Changing classical music, one friend at a time
Having been a part of the Davis community his whole life, cellist Eungee Cho felt it was necessary to bring Mellon Music Festival to his hometown. Cho, who lives and breathes classical music, believes that it has the power to ignite the community through his festival. Shows will take place this weekend, May 25 to 27, with shows at the John Natsoulas Gallery, RepowerYolo and the Richard Brunelle Performance Hall.
“Classical music has this elitist stereotype that goes along with it,” Cho said. “We actually feel that there’s so much more to classical music, so we geared the programs to be accessible, but still very strongly classical. For example, on the first program, we have this composer who wrote a piano trio that’s Russian classic and jazz-inspired.”
Mellon Music Festival aims to bring classical music to a wide audience and change the negative stereotypes attached to it. Moreover, there is a social mission included as well. For example, by including a piece composed by a female composer in the program, the festival brings awareness to strong women in classical music, which is typically a male-dominated genre.
The goal is to be inclusive and create relationships with the audience. Cho thought it was best to have the festival in Davis because he remembers the city as being heavily community-oriented and saturated with culture. He felt it was the perfect place to bring high-quality and affordable classical music performances.
“Since moving to Boston, I’ve met a lot of musicians who have the same vision that I have, so I really wanted to gather these musicians in one place — my hometown — and expose Davis to how amazing classical music can be,” Cho said. “There are no geographical limits to what classical music can achieve.”
According to Cho, his musical journey was not something he originally planned on. It was as if music chose him.
“I started piano just like any other Asian child who gets thrown into it at a very young age regardless of interest,” Cho said. “Then I discovered the cello a few years later. Like many people, I wanted to go to university, but in my senior year, I started to realize how much classical music has changed my life and how much power I feel like I have when I immerse myself in it. I really felt like I was making a difference in the world more so than, personally, doing other things.”
Cho entered USC with medical school in mind. However, his devotion to music altered his life in a way that he did not expect.
“I’ve been doing all the rotations, shadowing and internships during my four years of college, but at the same time, I would do a lot of performance on the side and kind of fell in love with it,” Cho said. “I put any thoughts about medical school in the backburner and really just dedicated everything to music.”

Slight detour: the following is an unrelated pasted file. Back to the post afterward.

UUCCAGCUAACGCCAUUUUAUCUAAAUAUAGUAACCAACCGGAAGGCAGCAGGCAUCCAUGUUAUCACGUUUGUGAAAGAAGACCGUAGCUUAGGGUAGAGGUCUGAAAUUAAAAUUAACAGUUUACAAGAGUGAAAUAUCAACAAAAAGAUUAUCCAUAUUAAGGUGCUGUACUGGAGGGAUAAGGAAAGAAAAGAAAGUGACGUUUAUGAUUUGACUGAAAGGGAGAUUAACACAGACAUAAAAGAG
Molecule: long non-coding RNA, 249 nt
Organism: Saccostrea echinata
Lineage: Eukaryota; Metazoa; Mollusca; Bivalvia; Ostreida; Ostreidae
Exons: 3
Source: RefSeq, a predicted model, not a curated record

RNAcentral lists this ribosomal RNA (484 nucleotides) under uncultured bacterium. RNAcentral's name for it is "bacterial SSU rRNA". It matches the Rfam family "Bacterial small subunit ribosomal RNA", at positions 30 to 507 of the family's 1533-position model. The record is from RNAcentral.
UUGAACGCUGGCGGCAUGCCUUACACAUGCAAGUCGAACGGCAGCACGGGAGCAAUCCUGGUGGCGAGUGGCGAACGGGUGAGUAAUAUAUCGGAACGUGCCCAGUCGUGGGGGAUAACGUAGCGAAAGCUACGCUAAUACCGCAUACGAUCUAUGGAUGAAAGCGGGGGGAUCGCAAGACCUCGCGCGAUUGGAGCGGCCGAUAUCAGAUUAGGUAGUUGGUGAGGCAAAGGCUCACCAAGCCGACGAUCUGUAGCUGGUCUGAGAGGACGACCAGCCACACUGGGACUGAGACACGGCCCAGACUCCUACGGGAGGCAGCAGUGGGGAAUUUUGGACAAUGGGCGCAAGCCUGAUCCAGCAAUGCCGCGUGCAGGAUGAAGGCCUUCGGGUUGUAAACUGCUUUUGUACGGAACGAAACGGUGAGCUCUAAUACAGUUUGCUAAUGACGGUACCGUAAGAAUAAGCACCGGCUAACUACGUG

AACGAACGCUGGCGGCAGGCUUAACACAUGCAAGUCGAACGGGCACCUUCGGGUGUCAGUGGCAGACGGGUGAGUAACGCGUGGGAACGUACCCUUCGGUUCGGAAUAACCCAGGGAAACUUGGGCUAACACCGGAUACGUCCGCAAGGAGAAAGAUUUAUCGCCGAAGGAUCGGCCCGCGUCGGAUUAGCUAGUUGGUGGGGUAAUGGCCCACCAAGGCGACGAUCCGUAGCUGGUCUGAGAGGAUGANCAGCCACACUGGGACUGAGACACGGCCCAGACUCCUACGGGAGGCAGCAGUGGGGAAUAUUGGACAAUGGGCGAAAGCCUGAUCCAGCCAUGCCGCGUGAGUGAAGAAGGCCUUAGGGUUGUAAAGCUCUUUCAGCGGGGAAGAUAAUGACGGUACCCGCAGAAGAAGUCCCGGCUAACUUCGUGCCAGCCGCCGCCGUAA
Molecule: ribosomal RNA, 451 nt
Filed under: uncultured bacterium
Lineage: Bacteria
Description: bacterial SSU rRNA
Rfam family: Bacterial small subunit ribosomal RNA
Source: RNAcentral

Through generous sponsors, friendships and connections, Mellon Music Festival was able to gather a group of talented musicians and host this event with affordable prices. Flutist Ieseul Kim met Cho at USC as friends, but they never got the opportunity to play music together. Now, they are able to showcase their passion and talents in Mellon Music.
“Eunghee and I met at USC and studied together,” Kim said. “For some reason we never played at the same time together, but we’re very good friends and colleagues. Whenever we grabbed coffee, we’d talk about music things. He told me he was having a festival and asked me to play. Whenever he asks me to do something, I always say yes because he’s such a good musician as well. It’s my honor to be a part of Mellon Music Festival.”
Classical music is powerful, according to Cho, but also deeply ingrained in each musician’s personal life. Like Cho, violinist Tanja Roos has had a deep bond with music since childhood. Growing up in London with a family of musicians, it felt natural for her to dive into the art as well.
“My grandmother was a famous violinist and played numerous concerts,” Roos said. “I remember distinctly going to her concert when I was about 3 and being absolutely blown away. Ever since then, I pretty much only wanted to be a musician. At 15, I wanted to expand my musical journey and auditioned for a violin teacher in Vienna named Boris Kuschnir. I moved to Vienna without my parents to study with him, which was daunting but incredibly exciting. I remember at the time thinking that this was the first step to truly building character, and that it did.”
Ultimately, the Mellon Music Festival is about building friendships with musicians and audience members. Inspired by “The Lord of the Rings,” Cho named the music festival after the Elvish word for friend, “mellon.”
“‘Lord of the Rings’ was my life basically growing up, and I thought this friendship theme was so appropriate,” Cho said. “We wanted people to come, mingle and build friendships. We don’t want there to be a barrier between the performers and the audience.”
Purchase your tickets for Mellon Music Festival via its website.
Written by: Becky Lee — email@example.com